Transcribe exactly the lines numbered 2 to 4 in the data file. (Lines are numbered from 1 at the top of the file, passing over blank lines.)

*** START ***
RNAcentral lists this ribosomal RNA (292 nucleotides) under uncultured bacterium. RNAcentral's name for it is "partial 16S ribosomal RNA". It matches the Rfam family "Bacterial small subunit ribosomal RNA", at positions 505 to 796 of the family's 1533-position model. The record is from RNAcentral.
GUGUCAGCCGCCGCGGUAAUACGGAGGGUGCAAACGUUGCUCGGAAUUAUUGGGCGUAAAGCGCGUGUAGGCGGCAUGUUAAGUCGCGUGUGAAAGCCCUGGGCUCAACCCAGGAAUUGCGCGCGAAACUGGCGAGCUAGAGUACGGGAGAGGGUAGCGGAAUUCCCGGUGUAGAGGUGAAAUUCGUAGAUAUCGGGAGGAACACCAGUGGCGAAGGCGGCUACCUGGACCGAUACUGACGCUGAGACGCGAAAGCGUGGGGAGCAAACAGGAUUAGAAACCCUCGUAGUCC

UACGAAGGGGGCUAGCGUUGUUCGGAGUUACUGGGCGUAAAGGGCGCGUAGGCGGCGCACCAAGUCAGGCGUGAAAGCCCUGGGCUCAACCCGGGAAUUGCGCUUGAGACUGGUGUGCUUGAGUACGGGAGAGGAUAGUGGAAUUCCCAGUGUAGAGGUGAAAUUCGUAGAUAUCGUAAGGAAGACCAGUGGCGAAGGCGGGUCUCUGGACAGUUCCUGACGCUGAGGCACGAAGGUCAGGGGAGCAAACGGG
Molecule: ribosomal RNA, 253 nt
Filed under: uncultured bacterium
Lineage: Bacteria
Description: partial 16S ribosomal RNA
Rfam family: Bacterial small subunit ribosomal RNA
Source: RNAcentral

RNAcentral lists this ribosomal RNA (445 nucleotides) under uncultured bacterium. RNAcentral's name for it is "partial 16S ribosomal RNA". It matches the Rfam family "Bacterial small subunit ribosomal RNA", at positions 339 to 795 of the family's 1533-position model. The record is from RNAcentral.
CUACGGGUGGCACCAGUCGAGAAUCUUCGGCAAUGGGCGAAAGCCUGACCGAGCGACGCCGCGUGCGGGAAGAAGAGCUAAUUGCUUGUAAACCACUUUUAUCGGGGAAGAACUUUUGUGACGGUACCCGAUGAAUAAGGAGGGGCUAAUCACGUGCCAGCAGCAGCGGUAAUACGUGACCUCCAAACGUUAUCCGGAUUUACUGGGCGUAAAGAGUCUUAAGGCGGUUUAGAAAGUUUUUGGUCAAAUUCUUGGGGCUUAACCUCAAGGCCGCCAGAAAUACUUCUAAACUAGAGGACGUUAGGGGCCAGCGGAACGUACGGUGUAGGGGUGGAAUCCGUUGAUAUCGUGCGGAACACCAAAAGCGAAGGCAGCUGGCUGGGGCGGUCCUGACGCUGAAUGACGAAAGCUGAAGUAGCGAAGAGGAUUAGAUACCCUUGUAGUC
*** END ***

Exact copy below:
GUGUCAGCCGCCGCGGUAAUACGGAGGGUGCAAACGUUGCUCGGAAUUAUUGGGCGUAAAGCGCGUGUAGGCGGCAUGUUAAGUCGCGUGUGAAAGCCCUGGGCUCAACCCAGGAAUUGCGCGCGAAACUGGCGAGCUAGAGUACGGGAGAGGGUAGCGGAAUUCCCGGUGUAGAGGUGAAAUUCGUAGAUAUCGGGAGGAACACCAGUGGCGAAGGCGGCUACCUGGACCGAUACUGACGCUGAGACGCGAAAGCGUGGGGAGCAAACAGGAUUAGAAACCCUCGUAGUCC

UACGAAGGGGGCUAGCGUUGUUCGGAGUUACUGGGCGUAAAGGGCGCGUAGGCGGCGCACCAAGUCAGGCGUGAAAGCCCUGGGCUCAACCCGGGAAUUGCGCUUGAGACUGGUGUGCUUGAGUACGGGAGAGGAUAGUGGAAUUCCCAGUGUAGAGGUGAAAUUCGUAGAUAUCGUAAGGAAGACCAGUGGCGAAGGCGGGUCUCUGGACAGUUCCUGACGCUGAGGCACGAAGGUCAGGGGAGCAAACGGG
Molecule: ribosomal RNA, 253 nt